NEW YORK (The Deal) -- As part of its divestiture program to pay for a big acquisition, Oklahoma City oil and gas explorer Devon Energy (DVN) said Wednesday it agreed to sell most of its Canadian conventional assets to Canadian Natural Resources Ltd. of Calgary, Alberta, for C$3.125 billion ($2.8 billion).
The properties had proved reserves of 170 million barrels equivalent at the end of last year. The sale doesn't include Devon's Horn River, Lloydminster and thermal heavy oil assets in Canada.
The transaction must clear Canadian regulators but is expected to close early in the second quarter. When it does, Devon expects to repatriate the proceeds to the United States to pay down debt taken on to finance its acquisition of Eagle Ford properties from Blackstone Group LP-backed GeoSouthern Energy Corp. in November for $6 billion.
Devon expects net proceeds of $2.7 billion after adjusting for currency exchange and taxes related to the sale and repatriation.
Devon said the divestiture process for its remaining non-core properties in the U.S. is "ongoing" and expects to complete it by year-end.
Devon CEO John Richels said in a statement that the agreement represents a significant step forward for its divestiture process. "This tax-efficient transaction provides for a clean exit from our Canadian conventional business at a value of nearly 7 times 2013 Ebitda, a substantial premium compared to Devon's current trading multiple," he said. "Furthermore, the timely execution of the largest piece of our non-core divestiture process accelerates the refocus on core assets."
Tudor, Pickering, Holt & Co. Securities Inc. wrote in a note that the sale is a net positive, as the proceeds beat its expectations in size and timing, although it's still looking for more detail regarding divested assets.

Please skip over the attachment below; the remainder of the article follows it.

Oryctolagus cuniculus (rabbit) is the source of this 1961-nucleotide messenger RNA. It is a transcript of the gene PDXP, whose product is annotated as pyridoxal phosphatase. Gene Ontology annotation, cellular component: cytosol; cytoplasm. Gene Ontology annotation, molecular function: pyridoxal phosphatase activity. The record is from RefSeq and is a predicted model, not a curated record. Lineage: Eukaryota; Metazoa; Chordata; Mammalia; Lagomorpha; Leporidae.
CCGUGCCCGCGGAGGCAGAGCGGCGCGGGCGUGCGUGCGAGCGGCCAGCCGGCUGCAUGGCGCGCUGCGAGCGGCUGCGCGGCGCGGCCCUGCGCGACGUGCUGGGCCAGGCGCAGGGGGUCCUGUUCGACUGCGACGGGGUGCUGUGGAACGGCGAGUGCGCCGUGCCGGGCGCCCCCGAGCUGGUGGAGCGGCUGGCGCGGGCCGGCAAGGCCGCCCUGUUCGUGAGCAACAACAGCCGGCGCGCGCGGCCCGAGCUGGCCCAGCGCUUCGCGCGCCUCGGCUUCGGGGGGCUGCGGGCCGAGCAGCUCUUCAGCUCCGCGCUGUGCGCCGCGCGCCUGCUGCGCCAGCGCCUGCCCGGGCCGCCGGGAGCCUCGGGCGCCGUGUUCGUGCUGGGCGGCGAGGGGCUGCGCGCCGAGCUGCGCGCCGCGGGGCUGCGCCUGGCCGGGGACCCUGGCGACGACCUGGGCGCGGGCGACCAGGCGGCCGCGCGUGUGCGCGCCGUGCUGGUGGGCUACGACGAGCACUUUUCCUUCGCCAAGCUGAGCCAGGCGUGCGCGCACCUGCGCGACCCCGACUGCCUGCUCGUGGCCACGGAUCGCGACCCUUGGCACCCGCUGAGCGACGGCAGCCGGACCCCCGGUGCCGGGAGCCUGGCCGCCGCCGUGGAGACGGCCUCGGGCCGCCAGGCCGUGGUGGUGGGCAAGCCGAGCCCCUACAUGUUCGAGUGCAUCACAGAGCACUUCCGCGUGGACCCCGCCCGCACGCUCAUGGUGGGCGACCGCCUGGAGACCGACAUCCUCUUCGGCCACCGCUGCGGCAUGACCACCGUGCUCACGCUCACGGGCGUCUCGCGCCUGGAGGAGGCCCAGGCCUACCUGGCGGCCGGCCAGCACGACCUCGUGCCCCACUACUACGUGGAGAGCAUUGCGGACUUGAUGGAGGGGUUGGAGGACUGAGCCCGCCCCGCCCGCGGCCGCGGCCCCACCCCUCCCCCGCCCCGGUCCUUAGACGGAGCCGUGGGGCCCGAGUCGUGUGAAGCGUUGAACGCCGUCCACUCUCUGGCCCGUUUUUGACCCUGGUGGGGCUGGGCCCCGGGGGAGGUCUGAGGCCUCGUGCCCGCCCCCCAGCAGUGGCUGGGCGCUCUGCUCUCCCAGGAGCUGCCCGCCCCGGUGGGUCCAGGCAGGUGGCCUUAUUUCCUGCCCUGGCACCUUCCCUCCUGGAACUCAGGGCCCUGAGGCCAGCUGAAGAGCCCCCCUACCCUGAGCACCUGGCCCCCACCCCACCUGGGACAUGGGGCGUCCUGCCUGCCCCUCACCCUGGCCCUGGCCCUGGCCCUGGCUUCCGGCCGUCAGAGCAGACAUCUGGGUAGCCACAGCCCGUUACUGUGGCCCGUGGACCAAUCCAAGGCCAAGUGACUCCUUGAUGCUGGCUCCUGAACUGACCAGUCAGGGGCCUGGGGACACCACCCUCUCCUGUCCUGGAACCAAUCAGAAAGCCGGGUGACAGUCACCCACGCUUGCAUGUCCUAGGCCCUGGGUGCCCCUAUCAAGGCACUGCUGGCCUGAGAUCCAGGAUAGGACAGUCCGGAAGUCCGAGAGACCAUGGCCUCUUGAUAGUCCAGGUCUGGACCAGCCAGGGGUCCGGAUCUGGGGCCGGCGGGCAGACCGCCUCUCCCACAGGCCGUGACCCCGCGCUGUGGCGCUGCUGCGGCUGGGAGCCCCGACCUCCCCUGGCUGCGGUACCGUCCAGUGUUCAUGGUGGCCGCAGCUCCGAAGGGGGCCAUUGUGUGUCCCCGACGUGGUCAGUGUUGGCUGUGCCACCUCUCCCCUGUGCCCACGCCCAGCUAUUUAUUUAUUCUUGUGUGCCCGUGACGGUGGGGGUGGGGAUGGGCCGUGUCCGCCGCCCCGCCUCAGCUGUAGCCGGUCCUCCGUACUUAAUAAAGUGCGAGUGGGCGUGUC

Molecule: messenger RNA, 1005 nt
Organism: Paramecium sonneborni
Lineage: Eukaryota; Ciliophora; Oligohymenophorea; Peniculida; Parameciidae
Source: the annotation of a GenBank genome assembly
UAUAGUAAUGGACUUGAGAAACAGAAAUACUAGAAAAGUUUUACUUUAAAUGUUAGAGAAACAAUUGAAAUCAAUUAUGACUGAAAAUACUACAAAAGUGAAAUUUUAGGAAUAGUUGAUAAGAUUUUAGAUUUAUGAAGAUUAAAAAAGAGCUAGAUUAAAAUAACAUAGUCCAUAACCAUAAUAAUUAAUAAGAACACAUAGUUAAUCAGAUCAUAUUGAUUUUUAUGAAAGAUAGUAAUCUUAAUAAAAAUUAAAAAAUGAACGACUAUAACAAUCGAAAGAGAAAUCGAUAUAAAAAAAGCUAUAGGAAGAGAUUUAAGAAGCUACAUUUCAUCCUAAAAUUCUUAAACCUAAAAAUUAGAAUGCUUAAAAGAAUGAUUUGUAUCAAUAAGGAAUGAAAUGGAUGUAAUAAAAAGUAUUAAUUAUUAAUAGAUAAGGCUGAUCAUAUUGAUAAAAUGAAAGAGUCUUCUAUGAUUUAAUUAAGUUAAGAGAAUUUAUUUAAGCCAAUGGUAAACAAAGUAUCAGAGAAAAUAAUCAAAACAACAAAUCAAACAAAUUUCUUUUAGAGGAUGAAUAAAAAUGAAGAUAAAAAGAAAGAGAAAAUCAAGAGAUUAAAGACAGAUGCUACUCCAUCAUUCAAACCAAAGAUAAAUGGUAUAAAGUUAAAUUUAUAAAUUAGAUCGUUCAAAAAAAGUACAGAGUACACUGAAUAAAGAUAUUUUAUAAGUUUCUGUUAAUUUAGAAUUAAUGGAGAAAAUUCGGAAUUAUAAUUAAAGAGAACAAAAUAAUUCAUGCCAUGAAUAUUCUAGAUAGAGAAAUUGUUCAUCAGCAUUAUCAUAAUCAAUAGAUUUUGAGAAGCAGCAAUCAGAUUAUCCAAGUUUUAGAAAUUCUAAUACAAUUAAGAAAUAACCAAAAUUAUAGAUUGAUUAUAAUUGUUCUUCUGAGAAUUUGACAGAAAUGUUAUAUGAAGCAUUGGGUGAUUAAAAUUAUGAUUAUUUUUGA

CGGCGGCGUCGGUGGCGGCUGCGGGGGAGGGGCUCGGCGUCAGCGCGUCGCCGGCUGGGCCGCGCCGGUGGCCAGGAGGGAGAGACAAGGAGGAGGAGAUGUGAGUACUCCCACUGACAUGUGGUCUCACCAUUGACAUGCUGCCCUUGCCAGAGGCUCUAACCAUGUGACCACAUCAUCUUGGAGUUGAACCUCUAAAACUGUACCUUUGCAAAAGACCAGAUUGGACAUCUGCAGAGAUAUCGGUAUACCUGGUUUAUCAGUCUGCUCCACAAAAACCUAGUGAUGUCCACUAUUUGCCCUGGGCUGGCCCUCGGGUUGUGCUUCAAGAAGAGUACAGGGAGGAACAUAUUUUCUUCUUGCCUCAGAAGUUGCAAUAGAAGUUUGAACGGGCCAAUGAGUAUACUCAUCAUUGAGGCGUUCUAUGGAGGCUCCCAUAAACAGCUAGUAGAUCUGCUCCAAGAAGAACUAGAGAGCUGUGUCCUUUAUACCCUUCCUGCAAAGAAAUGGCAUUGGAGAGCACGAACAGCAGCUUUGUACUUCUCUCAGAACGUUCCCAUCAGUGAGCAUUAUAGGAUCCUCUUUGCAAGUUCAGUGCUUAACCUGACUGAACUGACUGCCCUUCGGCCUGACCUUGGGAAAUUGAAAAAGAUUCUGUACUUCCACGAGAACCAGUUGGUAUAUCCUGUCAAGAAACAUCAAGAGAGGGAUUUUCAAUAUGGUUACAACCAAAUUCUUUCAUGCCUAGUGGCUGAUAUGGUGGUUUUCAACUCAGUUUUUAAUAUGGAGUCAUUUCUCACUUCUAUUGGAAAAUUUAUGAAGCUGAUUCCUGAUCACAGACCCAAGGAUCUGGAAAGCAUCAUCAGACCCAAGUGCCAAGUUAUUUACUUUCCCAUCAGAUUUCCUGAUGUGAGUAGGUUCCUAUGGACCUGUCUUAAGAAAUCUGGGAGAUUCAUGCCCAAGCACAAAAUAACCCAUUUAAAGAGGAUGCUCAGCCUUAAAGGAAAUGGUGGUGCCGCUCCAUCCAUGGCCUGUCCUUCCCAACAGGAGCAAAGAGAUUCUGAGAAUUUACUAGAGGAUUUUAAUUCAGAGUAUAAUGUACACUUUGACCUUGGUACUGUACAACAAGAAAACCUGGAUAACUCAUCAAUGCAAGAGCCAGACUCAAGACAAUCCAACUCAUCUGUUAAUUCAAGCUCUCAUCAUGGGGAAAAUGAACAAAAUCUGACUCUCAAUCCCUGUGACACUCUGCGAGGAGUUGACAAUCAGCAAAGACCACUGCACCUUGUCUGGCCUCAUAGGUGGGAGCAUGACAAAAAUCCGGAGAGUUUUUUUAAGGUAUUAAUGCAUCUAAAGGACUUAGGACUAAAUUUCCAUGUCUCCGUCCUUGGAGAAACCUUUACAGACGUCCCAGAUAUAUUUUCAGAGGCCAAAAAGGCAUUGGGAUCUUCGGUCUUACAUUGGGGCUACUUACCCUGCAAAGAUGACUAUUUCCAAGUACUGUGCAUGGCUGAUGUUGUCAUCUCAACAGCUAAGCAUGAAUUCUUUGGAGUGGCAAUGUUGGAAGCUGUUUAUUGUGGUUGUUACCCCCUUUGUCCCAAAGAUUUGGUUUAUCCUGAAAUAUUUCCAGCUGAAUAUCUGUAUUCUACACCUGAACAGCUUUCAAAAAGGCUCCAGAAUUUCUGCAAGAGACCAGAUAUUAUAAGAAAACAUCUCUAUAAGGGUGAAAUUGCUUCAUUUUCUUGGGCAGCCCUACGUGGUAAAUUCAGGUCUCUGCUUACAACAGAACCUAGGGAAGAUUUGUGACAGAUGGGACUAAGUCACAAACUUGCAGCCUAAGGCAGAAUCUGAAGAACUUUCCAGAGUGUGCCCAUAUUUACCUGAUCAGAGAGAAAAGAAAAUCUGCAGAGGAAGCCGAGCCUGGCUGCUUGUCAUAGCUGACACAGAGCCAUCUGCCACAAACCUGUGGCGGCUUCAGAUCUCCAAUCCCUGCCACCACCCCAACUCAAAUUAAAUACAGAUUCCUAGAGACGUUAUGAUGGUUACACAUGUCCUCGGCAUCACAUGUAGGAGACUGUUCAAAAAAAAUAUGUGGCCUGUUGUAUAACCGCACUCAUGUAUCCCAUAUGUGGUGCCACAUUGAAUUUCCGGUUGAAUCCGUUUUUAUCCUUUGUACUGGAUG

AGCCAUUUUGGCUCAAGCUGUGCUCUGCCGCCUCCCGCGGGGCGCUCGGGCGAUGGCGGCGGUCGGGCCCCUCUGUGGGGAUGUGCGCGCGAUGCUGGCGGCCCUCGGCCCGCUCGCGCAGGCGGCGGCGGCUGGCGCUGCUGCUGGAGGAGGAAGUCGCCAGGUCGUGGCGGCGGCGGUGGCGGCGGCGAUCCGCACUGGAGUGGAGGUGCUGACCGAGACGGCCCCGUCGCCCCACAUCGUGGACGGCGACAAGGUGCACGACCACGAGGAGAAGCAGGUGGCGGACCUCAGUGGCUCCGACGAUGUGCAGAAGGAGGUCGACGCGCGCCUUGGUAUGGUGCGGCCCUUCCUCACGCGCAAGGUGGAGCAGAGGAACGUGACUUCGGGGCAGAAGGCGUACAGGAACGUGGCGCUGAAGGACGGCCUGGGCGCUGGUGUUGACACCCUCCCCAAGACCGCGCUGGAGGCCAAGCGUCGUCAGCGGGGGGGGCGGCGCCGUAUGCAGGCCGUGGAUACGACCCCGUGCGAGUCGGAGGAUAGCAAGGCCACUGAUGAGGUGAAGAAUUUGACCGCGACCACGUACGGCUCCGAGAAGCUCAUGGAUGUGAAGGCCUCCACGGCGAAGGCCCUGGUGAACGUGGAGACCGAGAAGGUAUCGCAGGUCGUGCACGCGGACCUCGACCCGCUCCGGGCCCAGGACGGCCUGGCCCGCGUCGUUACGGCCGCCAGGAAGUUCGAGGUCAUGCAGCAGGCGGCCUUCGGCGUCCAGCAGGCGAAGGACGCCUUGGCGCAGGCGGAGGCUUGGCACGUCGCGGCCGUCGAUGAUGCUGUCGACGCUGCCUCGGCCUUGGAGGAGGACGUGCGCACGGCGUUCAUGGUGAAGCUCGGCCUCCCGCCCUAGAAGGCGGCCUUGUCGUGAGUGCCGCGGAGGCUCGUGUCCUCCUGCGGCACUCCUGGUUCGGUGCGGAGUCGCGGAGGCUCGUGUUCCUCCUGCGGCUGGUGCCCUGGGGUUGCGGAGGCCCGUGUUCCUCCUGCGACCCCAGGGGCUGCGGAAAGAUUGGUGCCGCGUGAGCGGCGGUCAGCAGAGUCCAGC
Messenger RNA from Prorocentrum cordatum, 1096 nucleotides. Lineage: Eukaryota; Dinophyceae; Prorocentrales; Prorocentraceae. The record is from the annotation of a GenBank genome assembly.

In a separate statement, Canadian Natural said the acquired lands and production base are all in Western Canada in areas next to or near its current operations and are high quality, concentrated liquids-rich natural gas weighted assets with additional light crude oil exposure.
Canadian Natural said the properties had gross proved reserves, excluding royalty lands, of 272.2 million barrels of oil equivalent at the end of last year and produce 383 million cubic feet per day of natural gas, 10,800 barrels per day of light crude oil and 12,000 barrels per day of natural gas liquids with 72% operatorship. The deal also includes 2.2 million net acres of undeveloped land and 2.7 million net acres of royalty and fee simple lands, six majority owned and operated natural gas plants with gross processing capacity of 1 billion cubic feet per day and four majority owned and operated oil batteries.
The purchase also includes a royalty revenue stream that is targeted to earn $75 million in cash flow this year, Canadian Natural said. The company is reviewing options to combine the acquired royalty revenue stream with its own royalty revenue portfolio and creating a new vehicle to provide steady cash flow to shareholders or selling it later this year. The combined streams are expected to throw off $140 million to $150 million in cash flow this year.
Canadian Natural president Steve Laut said the acquisition fits the company's strategy of "opportunistically" adding to its core areas where it can provide immediate value and possibly add value in the future.
"The acquired assets are ... a very good fit with Canadian Natural's existing assets and infrastructure," he said, noting they will provide synergies once integrated. "The acquisition provides immediate value to shareholders through production and cash flow, is accretive in earnings, cash flow and returns and maintains our strong financial capacity to effectively execute our well defined plan."
Around 900 Devon Canada employees will be joining Canadian Natural, including field and head office personnel, Canadian Natural said.
Canadian Natural said it will maintain its strong financial position with sufficient balance sheet flexibility to accommodate the acquisition, noting that it negotiated an additional $1 billion committed term facility with the Bank of Montreal that's available at closing. It expects to exit this year with a debt to book capitalization of 30% to 31% and debt to Ebitda at 1.05 to 1.15 times.
Scotia Waterous was lead financial adviser to Devon on the transaction. BMO Capital Markets also advised Devon and provided a fairness opinion to its board and Osler, Hoskin & Harcourt LLP provided it with legal counsel.